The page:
Well before the new season began, networks and studios alike knew that with 42 new primetime shows debuting this fall it would take a Herculean effort to cut through the clutter. With the season barely under way, it appears that Hercules is exercising with the channel changer.
It’s not that the networks weren’t willing to spend the money, or that promotion departments didn’t work overtime. They did. The surprise – in the form of dismal ratings for highly touted shows including CBS’ “Central Park West” and NBC’s “The Pursuit of Happiness” – is that the hype didn’t work.
Despite unprecedented promotional muscle, pegged by one source at $6 million in ad support, “CPW suffered ratings humiliation in its first two outings. Drubbed by Fox Broadcasting stunts – a two-hour “Beverly Hills, 90210” and a special “Melrose Place” airing – “CPW pulled audience levels far below the 15 share projected by ad buyers last spring and ranked fourth in its timeslot.
“CPW,” in fact, could serve as a case study on the frustrations involved in marketing new series.
Researchers note that their tracking surveys measure both awareness of shows and – perhaps most importantly – intent to watch. While “Central Park West” had one of the higher awareness levels among new shows (along with “Murder One,” “Brotherly Love” and “The Client”), it also featured relatively low intent to watch – not a complete surprise, sources say, due to the fact that soaps put off a substantial portion of viewers.
In addition, some industry observers think CBS may have erred by not delaying the show’s premiere when it learned that “CPW would face the second half of a two-hour “90210,” given that the series was scheduled specifically to cash in on a de facto lead-in from that audience. CBS expects to fare better this week, when “CPW faces the season premiere of Fox’s “Party of Five.”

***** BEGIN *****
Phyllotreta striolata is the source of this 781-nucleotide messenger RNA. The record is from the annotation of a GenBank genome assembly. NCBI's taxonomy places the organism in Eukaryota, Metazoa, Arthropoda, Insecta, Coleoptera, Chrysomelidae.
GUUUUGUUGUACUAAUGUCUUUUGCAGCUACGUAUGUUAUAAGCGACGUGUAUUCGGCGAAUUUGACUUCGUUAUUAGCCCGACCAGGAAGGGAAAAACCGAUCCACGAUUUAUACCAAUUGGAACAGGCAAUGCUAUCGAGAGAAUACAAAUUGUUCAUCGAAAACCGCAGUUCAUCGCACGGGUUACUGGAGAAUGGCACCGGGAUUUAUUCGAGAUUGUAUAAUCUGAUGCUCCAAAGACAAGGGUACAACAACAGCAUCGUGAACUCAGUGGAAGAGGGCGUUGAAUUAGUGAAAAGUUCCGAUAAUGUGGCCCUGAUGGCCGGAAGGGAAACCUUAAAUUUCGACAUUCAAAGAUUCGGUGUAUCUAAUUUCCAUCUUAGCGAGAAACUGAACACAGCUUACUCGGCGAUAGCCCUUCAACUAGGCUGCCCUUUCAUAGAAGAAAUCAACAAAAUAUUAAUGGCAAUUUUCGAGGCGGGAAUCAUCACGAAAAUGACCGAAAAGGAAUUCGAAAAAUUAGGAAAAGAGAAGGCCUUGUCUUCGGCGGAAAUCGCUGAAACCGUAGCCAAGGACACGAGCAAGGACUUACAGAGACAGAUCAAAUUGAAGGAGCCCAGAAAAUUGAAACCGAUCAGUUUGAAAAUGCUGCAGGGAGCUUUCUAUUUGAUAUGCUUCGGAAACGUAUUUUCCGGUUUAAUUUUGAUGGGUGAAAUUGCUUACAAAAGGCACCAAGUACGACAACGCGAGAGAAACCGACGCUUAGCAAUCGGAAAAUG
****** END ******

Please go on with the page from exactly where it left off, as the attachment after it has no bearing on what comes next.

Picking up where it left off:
Although easily the biggest ratings letdown of the highly touted new series, “CPW” wasn’t alone in its failure to rise to expectations. Even the heavily praised and promoted ABC Steven Bochco drama “Murder One,” while delivering a more-than-respectable audience, fell shy of what some industry execs predicted for a show that had the best buzz going in among the freshman class. Its Sept. 19 preem earned ratings no higher than a typical episode of “NYPD Blue,” which normally occupies the time period.
Among other early disappointments that networks and studio brass already are worried about fixing are NBC’s “Pursuit of Happiness,” which dropped sharply from its “Frasier”‘ lead-in, CBS’ “Bless This House” and ABC’s “The Monroes.”
“I think it’s indicative of a climate that has become incredibly competitive,” says Jerry Dominus, media director at J. Walter Thompson USA. “With all those sitcoms that are so much the same, all those half-hours of attractive young people talking about sex, the audience can’t sort out one show from another.”
Depending on your point of view, at this point TV execs are either in denial or are justified in cautioning against crowning winners or losers too soon.
“It’s a bit early to proclaim much of anything,” says Warren Littlefield, president of NBC Entertainment. “It takes a number of weeks for things to settle in and get some indication of where viewers are.”